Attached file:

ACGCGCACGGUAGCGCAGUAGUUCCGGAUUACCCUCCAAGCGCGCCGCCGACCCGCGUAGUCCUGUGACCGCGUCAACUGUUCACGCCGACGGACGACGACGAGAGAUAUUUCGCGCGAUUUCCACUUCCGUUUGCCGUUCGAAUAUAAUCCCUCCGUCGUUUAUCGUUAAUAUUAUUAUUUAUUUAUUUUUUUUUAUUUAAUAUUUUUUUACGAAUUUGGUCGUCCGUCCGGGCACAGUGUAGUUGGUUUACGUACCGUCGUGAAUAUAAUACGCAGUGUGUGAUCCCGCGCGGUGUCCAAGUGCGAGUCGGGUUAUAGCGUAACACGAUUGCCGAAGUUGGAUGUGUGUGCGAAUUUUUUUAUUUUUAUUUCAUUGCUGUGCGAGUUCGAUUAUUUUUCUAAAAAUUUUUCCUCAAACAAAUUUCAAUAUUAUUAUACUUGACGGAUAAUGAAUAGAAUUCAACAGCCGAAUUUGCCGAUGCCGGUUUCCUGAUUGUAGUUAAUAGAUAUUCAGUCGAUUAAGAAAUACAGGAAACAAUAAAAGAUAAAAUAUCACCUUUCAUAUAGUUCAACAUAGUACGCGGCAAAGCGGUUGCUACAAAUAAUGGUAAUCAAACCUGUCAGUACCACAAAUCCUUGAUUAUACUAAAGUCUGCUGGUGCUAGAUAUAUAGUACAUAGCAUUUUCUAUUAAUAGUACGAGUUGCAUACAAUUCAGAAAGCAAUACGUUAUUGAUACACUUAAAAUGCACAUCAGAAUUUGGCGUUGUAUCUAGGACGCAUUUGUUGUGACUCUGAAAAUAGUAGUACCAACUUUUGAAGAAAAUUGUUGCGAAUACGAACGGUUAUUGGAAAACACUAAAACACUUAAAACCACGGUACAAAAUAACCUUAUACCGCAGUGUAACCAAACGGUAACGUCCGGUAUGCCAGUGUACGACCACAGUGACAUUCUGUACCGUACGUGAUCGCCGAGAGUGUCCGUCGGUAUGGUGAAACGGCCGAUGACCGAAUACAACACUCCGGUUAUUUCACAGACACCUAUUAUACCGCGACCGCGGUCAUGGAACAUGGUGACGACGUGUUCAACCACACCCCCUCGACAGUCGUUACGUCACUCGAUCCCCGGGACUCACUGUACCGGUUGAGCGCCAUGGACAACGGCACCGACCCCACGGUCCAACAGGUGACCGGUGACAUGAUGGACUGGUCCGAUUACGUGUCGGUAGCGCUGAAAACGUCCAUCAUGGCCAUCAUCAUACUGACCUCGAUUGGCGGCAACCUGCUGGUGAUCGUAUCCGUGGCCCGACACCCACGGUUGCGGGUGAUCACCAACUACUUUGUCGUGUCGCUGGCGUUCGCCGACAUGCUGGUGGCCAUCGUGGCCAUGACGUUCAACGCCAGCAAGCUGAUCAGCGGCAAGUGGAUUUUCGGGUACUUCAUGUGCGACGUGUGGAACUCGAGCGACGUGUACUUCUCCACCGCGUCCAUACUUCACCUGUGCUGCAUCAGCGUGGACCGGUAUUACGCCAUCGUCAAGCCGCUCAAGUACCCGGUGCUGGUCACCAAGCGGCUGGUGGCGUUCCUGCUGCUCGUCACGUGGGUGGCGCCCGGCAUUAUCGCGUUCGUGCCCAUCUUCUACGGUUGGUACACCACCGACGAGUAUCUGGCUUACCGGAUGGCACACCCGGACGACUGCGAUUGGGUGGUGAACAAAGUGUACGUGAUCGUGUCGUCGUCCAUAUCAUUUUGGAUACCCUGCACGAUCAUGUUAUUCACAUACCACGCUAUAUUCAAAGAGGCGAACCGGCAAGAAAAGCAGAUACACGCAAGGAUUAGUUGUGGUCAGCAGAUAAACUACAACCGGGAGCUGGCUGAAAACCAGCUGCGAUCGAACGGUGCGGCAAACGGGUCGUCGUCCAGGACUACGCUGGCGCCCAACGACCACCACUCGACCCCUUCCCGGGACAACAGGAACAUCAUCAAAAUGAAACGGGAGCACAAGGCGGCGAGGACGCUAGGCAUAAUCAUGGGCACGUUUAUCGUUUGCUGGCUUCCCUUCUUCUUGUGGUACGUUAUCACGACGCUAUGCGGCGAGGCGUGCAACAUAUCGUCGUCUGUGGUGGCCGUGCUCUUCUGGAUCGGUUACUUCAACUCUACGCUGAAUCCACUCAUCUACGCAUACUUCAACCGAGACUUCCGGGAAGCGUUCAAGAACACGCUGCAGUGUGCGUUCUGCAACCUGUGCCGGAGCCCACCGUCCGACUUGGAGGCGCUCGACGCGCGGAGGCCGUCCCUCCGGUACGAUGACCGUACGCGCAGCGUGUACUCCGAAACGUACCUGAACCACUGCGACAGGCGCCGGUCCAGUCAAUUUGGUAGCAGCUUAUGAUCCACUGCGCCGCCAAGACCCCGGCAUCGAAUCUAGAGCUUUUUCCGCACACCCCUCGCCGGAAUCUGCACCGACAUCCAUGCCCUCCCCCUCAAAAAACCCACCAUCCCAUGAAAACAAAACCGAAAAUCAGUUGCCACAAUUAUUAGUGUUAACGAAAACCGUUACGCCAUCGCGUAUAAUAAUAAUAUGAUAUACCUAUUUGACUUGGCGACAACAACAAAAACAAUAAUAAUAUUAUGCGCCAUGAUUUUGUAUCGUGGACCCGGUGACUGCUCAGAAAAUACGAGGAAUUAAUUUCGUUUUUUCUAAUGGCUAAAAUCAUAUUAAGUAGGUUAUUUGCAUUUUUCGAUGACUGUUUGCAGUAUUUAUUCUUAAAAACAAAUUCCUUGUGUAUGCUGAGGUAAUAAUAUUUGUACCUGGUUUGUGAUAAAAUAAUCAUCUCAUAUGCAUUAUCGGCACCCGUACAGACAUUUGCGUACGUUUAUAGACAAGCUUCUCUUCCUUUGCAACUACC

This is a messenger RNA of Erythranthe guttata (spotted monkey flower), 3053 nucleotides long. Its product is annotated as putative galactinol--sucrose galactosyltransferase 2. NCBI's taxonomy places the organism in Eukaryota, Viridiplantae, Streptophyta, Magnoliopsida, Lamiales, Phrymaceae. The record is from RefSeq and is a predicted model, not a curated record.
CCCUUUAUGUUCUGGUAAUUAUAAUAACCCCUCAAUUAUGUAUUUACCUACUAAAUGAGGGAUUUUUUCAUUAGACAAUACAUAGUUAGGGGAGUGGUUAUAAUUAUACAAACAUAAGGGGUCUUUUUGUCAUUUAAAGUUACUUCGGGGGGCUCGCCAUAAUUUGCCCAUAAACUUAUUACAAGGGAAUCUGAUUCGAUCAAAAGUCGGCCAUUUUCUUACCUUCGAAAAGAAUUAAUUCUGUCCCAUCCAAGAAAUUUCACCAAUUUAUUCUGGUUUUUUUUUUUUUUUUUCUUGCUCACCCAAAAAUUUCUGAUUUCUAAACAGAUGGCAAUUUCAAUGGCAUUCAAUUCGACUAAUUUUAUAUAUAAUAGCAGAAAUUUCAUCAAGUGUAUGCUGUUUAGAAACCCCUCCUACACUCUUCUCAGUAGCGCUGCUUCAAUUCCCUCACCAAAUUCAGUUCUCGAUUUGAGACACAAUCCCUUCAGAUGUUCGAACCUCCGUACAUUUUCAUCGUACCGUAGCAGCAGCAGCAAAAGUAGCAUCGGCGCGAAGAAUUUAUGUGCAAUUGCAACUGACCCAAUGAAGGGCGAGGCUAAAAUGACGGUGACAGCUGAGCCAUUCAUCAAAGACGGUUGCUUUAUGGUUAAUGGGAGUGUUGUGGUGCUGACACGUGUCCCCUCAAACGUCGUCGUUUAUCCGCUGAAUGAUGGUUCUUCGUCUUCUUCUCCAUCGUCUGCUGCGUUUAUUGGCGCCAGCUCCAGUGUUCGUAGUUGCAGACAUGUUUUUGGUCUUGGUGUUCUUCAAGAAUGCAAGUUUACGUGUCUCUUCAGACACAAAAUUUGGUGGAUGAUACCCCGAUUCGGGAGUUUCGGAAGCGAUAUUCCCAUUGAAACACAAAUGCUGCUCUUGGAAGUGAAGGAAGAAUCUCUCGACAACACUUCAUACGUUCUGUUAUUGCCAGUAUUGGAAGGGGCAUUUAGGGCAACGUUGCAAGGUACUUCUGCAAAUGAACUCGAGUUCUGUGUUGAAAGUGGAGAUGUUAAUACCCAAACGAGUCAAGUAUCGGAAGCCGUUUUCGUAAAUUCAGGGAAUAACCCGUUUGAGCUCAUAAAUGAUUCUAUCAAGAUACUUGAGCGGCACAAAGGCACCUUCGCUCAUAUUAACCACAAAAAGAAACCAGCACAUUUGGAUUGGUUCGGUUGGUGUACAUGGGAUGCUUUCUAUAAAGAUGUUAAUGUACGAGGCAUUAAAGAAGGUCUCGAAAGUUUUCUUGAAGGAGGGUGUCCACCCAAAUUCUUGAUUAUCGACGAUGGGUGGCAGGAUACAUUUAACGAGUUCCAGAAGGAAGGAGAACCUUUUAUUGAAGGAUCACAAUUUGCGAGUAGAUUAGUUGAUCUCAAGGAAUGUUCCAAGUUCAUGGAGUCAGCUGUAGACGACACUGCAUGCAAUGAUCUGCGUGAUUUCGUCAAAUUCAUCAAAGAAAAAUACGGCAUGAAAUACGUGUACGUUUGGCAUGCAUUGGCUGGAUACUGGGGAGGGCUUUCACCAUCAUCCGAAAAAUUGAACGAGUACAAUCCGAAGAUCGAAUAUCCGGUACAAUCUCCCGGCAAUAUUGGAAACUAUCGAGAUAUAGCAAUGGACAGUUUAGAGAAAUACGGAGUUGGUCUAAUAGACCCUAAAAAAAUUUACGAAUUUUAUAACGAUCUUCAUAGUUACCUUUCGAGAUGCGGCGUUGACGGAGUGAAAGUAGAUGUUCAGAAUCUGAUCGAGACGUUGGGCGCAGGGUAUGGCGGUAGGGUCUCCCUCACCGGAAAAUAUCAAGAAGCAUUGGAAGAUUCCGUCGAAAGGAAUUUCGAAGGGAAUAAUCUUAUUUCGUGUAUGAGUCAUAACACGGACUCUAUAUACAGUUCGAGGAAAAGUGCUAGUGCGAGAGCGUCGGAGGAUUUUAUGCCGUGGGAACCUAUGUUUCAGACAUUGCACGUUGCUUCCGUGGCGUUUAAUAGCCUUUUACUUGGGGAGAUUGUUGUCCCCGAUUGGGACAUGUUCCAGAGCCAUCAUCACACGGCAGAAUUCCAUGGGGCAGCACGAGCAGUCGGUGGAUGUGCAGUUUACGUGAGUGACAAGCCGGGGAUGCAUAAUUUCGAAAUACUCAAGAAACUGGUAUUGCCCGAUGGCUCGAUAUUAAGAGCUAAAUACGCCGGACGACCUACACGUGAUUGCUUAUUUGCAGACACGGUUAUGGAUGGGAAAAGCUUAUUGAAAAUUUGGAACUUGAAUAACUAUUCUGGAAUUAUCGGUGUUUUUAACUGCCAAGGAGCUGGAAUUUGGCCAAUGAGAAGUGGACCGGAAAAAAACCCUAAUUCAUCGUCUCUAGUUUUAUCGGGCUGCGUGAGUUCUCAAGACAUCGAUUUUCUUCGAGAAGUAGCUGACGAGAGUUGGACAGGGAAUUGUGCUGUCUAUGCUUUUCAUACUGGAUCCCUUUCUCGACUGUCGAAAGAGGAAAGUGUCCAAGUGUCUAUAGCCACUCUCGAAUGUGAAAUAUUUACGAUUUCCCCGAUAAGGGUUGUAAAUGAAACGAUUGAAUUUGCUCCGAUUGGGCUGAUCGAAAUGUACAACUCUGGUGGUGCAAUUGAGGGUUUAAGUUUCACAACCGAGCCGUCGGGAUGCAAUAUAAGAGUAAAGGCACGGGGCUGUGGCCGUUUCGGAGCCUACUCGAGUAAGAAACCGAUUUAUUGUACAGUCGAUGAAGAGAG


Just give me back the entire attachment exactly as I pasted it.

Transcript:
ACGCGCACGGUAGCGCAGUAGUUCCGGAUUACCCUCCAAGCGCGCCGCCGACCCGCGUAGUCCUGUGACCGCGUCAACUGUUCACGCCGACGGACGACGACGAGAGAUAUUUCGCGCGAUUUCCACUUCCGUUUGCCGUUCGAAUAUAAUCCCUCCGUCGUUUAUCGUUAAUAUUAUUAUUUAUUUAUUUUUUUUUAUUUAAUAUUUUUUUACGAAUUUGGUCGUCCGUCCGGGCACAGUGUAGUUGGUUUACGUACCGUCGUGAAUAUAAUACGCAGUGUGUGAUCCCGCGCGGUGUCCAAGUGCGAGUCGGGUUAUAGCGUAACACGAUUGCCGAAGUUGGAUGUGUGUGCGAAUUUUUUUAUUUUUAUUUCAUUGCUGUGCGAGUUCGAUUAUUUUUCUAAAAAUUUUUCCUCAAACAAAUUUCAAUAUUAUUAUACUUGACGGAUAAUGAAUAGAAUUCAACAGCCGAAUUUGCCGAUGCCGGUUUCCUGAUUGUAGUUAAUAGAUAUUCAGUCGAUUAAGAAAUACAGGAAACAAUAAAAGAUAAAAUAUCACCUUUCAUAUAGUUCAACAUAGUACGCGGCAAAGCGGUUGCUACAAAUAAUGGUAAUCAAACCUGUCAGUACCACAAAUCCUUGAUUAUACUAAAGUCUGCUGGUGCUAGAUAUAUAGUACAUAGCAUUUUCUAUUAAUAGUACGAGUUGCAUACAAUUCAGAAAGCAAUACGUUAUUGAUACACUUAAAAUGCACAUCAGAAUUUGGCGUUGUAUCUAGGACGCAUUUGUUGUGACUCUGAAAAUAGUAGUACCAACUUUUGAAGAAAAUUGUUGCGAAUACGAACGGUUAUUGGAAAACACUAAAACACUUAAAACCACGGUACAAAAUAACCUUAUACCGCAGUGUAACCAAACGGUAACGUCCGGUAUGCCAGUGUACGACCACAGUGACAUUCUGUACCGUACGUGAUCGCCGAGAGUGUCCGUCGGUAUGGUGAAACGGCCGAUGACCGAAUACAACACUCCGGUUAUUUCACAGACACCUAUUAUACCGCGACCGCGGUCAUGGAACAUGGUGACGACGUGUUCAACCACACCCCCUCGACAGUCGUUACGUCACUCGAUCCCCGGGACUCACUGUACCGGUUGAGCGCCAUGGACAACGGCACCGACCCCACGGUCCAACAGGUGACCGGUGACAUGAUGGACUGGUCCGAUUACGUGUCGGUAGCGCUGAAAACGUCCAUCAUGGCCAUCAUCAUACUGACCUCGAUUGGCGGCAACCUGCUGGUGAUCGUAUCCGUGGCCCGACACCCACGGUUGCGGGUGAUCACCAACUACUUUGUCGUGUCGCUGGCGUUCGCCGACAUGCUGGUGGCCAUCGUGGCCAUGACGUUCAACGCCAGCAAGCUGAUCAGCGGCAAGUGGAUUUUCGGGUACUUCAUGUGCGACGUGUGGAACUCGAGCGACGUGUACUUCUCCACCGCGUCCAUACUUCACCUGUGCUGCAUCAGCGUGGACCGGUAUUACGCCAUCGUCAAGCCGCUCAAGUACCCGGUGCUGGUCACCAAGCGGCUGGUGGCGUUCCUGCUGCUCGUCACGUGGGUGGCGCCCGGCAUUAUCGCGUUCGUGCCCAUCUUCUACGGUUGGUACACCACCGACGAGUAUCUGGCUUACCGGAUGGCACACCCGGACGACUGCGAUUGGGUGGUGAACAAAGUGUACGUGAUCGUGUCGUCGUCCAUAUCAUUUUGGAUACCCUGCACGAUCAUGUUAUUCACAUACCACGCUAUAUUCAAAGAGGCGAACCGGCAAGAAAAGCAGAUACACGCAAGGAUUAGUUGUGGUCAGCAGAUAAACUACAACCGGGAGCUGGCUGAAAACCAGCUGCGAUCGAACGGUGCGGCAAACGGGUCGUCGUCCAGGACUACGCUGGCGCCCAACGACCACCACUCGACCCCUUCCCGGGACAACAGGAACAUCAUCAAAAUGAAACGGGAGCACAAGGCGGCGAGGACGCUAGGCAUAAUCAUGGGCACGUUUAUCGUUUGCUGGCUUCCCUUCUUCUUGUGGUACGUUAUCACGACGCUAUGCGGCGAGGCGUGCAACAUAUCGUCGUCUGUGGUGGCCGUGCUCUUCUGGAUCGGUUACUUCAACUCUACGCUGAAUCCACUCAUCUACGCAUACUUCAACCGAGACUUCCGGGAAGCGUUCAAGAACACGCUGCAGUGUGCGUUCUGCAACCUGUGCCGGAGCCCACCGUCCGACUUGGAGGCGCUCGACGCGCGGAGGCCGUCCCUCCGGUACGAUGACCGUACGCGCAGCGUGUACUCCGAAACGUACCUGAACCACUGCGACAGGCGCCGGUCCAGUCAAUUUGGUAGCAGCUUAUGAUCCACUGCGCCGCCAAGACCCCGGCAUCGAAUCUAGAGCUUUUUCCGCACACCCCUCGCCGGAAUCUGCACCGACAUCCAUGCCCUCCCCCUCAAAAAACCCACCAUCCCAUGAAAACAAAACCGAAAAUCAGUUGCCACAAUUAUUAGUGUUAACGAAAACCGUUACGCCAUCGCGUAUAAUAAUAAUAUGAUAUACCUAUUUGACUUGGCGACAACAACAAAAACAAUAAUAAUAUUAUGCGCCAUGAUUUUGUAUCGUGGACCCGGUGACUGCUCAGAAAAUACGAGGAAUUAAUUUCGUUUUUUCUAAUGGCUAAAAUCAUAUUAAGUAGGUUAUUUGCAUUUUUCGAUGACUGUUUGCAGUAUUUAUUCUUAAAAACAAAUUCCUUGUGUAUGCUGAGGUAAUAAUAUUUGUACCUGGUUUGUGAUAAAAUAAUCAUCUCAUAUGCAUUAUCGGCACCCGUACAGACAUUUGCGUACGUUUAUAGACAAGCUUCUCUUCCUUUGCAACUACC

This is a messenger RNA of Erythranthe guttata (spotted monkey flower), 3053 nucleotides long. Its product is annotated as putative galactinol--sucrose galactosyltransferase 2. NCBI's taxonomy places the organism in Eukaryota, Viridiplantae, Streptophyta, Magnoliopsida, Lamiales, Phrymaceae. The record is from RefSeq and is a predicted model, not a curated record.
CCCUUUAUGUUCUGGUAAUUAUAAUAACCCCUCAAUUAUGUAUUUACCUACUAAAUGAGGGAUUUUUUCAUUAGACAAUACAUAGUUAGGGGAGUGGUUAUAAUUAUACAAACAUAAGGGGUCUUUUUGUCAUUUAAAGUUACUUCGGGGGGCUCGCCAUAAUUUGCCCAUAAACUUAUUACAAGGGAAUCUGAUUCGAUCAAAAGUCGGCCAUUUUCUUACCUUCGAAAAGAAUUAAUUCUGUCCCAUCCAAGAAAUUUCACCAAUUUAUUCUGGUUUUUUUUUUUUUUUUUCUUGCUCACCCAAAAAUUUCUGAUUUCUAAACAGAUGGCAAUUUCAAUGGCAUUCAAUUCGACUAAUUUUAUAUAUAAUAGCAGAAAUUUCAUCAAGUGUAUGCUGUUUAGAAACCCCUCCUACACUCUUCUCAGUAGCGCUGCUUCAAUUCCCUCACCAAAUUCAGUUCUCGAUUUGAGACACAAUCCCUUCAGAUGUUCGAACCUCCGUACAUUUUCAUCGUACCGUAGCAGCAGCAGCAAAAGUAGCAUCGGCGCGAAGAAUUUAUGUGCAAUUGCAACUGACCCAAUGAAGGGCGAGGCUAAAAUGACGGUGACAGCUGAGCCAUUCAUCAAAGACGGUUGCUUUAUGGUUAAUGGGAGUGUUGUGGUGCUGACACGUGUCCCCUCAAACGUCGUCGUUUAUCCGCUGAAUGAUGGUUCUUCGUCUUCUUCUCCAUCGUCUGCUGCGUUUAUUGGCGCCAGCUCCAGUGUUCGUAGUUGCAGACAUGUUUUUGGUCUUGGUGUUCUUCAAGAAUGCAAGUUUACGUGUCUCUUCAGACACAAAAUUUGGUGGAUGAUACCCCGAUUCGGGAGUUUCGGAAGCGAUAUUCCCAUUGAAACACAAAUGCUGCUCUUGGAAGUGAAGGAAGAAUCUCUCGACAACACUUCAUACGUUCUGUUAUUGCCAGUAUUGGAAGGGGCAUUUAGGGCAACGUUGCAAGGUACUUCUGCAAAUGAACUCGAGUUCUGUGUUGAAAGUGGAGAUGUUAAUACCCAAACGAGUCAAGUAUCGGAAGCCGUUUUCGUAAAUUCAGGGAAUAACCCGUUUGAGCUCAUAAAUGAUUCUAUCAAGAUACUUGAGCGGCACAAAGGCACCUUCGCUCAUAUUAACCACAAAAAGAAACCAGCACAUUUGGAUUGGUUCGGUUGGUGUACAUGGGAUGCUUUCUAUAAAGAUGUUAAUGUACGAGGCAUUAAAGAAGGUCUCGAAAGUUUUCUUGAAGGAGGGUGUCCACCCAAAUUCUUGAUUAUCGACGAUGGGUGGCAGGAUACAUUUAACGAGUUCCAGAAGGAAGGAGAACCUUUUAUUGAAGGAUCACAAUUUGCGAGUAGAUUAGUUGAUCUCAAGGAAUGUUCCAAGUUCAUGGAGUCAGCUGUAGACGACACUGCAUGCAAUGAUCUGCGUGAUUUCGUCAAAUUCAUCAAAGAAAAAUACGGCAUGAAAUACGUGUACGUUUGGCAUGCAUUGGCUGGAUACUGGGGAGGGCUUUCACCAUCAUCCGAAAAAUUGAACGAGUACAAUCCGAAGAUCGAAUAUCCGGUACAAUCUCCCGGCAAUAUUGGAAACUAUCGAGAUAUAGCAAUGGACAGUUUAGAGAAAUACGGAGUUGGUCUAAUAGACCCUAAAAAAAUUUACGAAUUUUAUAACGAUCUUCAUAGUUACCUUUCGAGAUGCGGCGUUGACGGAGUGAAAGUAGAUGUUCAGAAUCUGAUCGAGACGUUGGGCGCAGGGUAUGGCGGUAGGGUCUCCCUCACCGGAAAAUAUCAAGAAGCAUUGGAAGAUUCCGUCGAAAGGAAUUUCGAAGGGAAUAAUCUUAUUUCGUGUAUGAGUCAUAACACGGACUCUAUAUACAGUUCGAGGAAAAGUGCUAGUGCGAGAGCGUCGGAGGAUUUUAUGCCGUGGGAACCUAUGUUUCAGACAUUGCACGUUGCUUCCGUGGCGUUUAAUAGCCUUUUACUUGGGGAGAUUGUUGUCCCCGAUUGGGACAUGUUCCAGAGCCAUCAUCACACGGCAGAAUUCCAUGGGGCAGCACGAGCAGUCGGUGGAUGUGCAGUUUACGUGAGUGACAAGCCGGGGAUGCAUAAUUUCGAAAUACUCAAGAAACUGGUAUUGCCCGAUGGCUCGAUAUUAAGAGCUAAAUACGCCGGACGACCUACACGUGAUUGCUUAUUUGCAGACACGGUUAUGGAUGGGAAAAGCUUAUUGAAAAUUUGGAACUUGAAUAACUAUUCUGGAAUUAUCGGUGUUUUUAACUGCCAAGGAGCUGGAAUUUGGCCAAUGAGAAGUGGACCGGAAAAAAACCCUAAUUCAUCGUCUCUAGUUUUAUCGGGCUGCGUGAGUUCUCAAGACAUCGAUUUUCUUCGAGAAGUAGCUGACGAGAGUUGGACAGGGAAUUGUGCUGUCUAUGCUUUUCAUACUGGAUCCCUUUCUCGACUGUCGAAAGAGGAAAGUGUCCAAGUGUCUAUAGCCACUCUCGAAUGUGAAAUAUUUACGAUUUCCCCGAUAAGGGUUGUAAAUGAAACGAUUGAAUUUGCUCCGAUUGGGCUGAUCGAAAUGUACAACUCUGGUGGUGCAAUUGAGGGUUUAAGUUUCACAACCGAGCCGUCGGGAUGCAAUAUAAGAGUAAAGGCACGGGGCUGUGGCCGUUUCGGAGCCUACUCGAGUAAGAAACCGAUUUAUUGUACAGUCGAUGAAGAGAG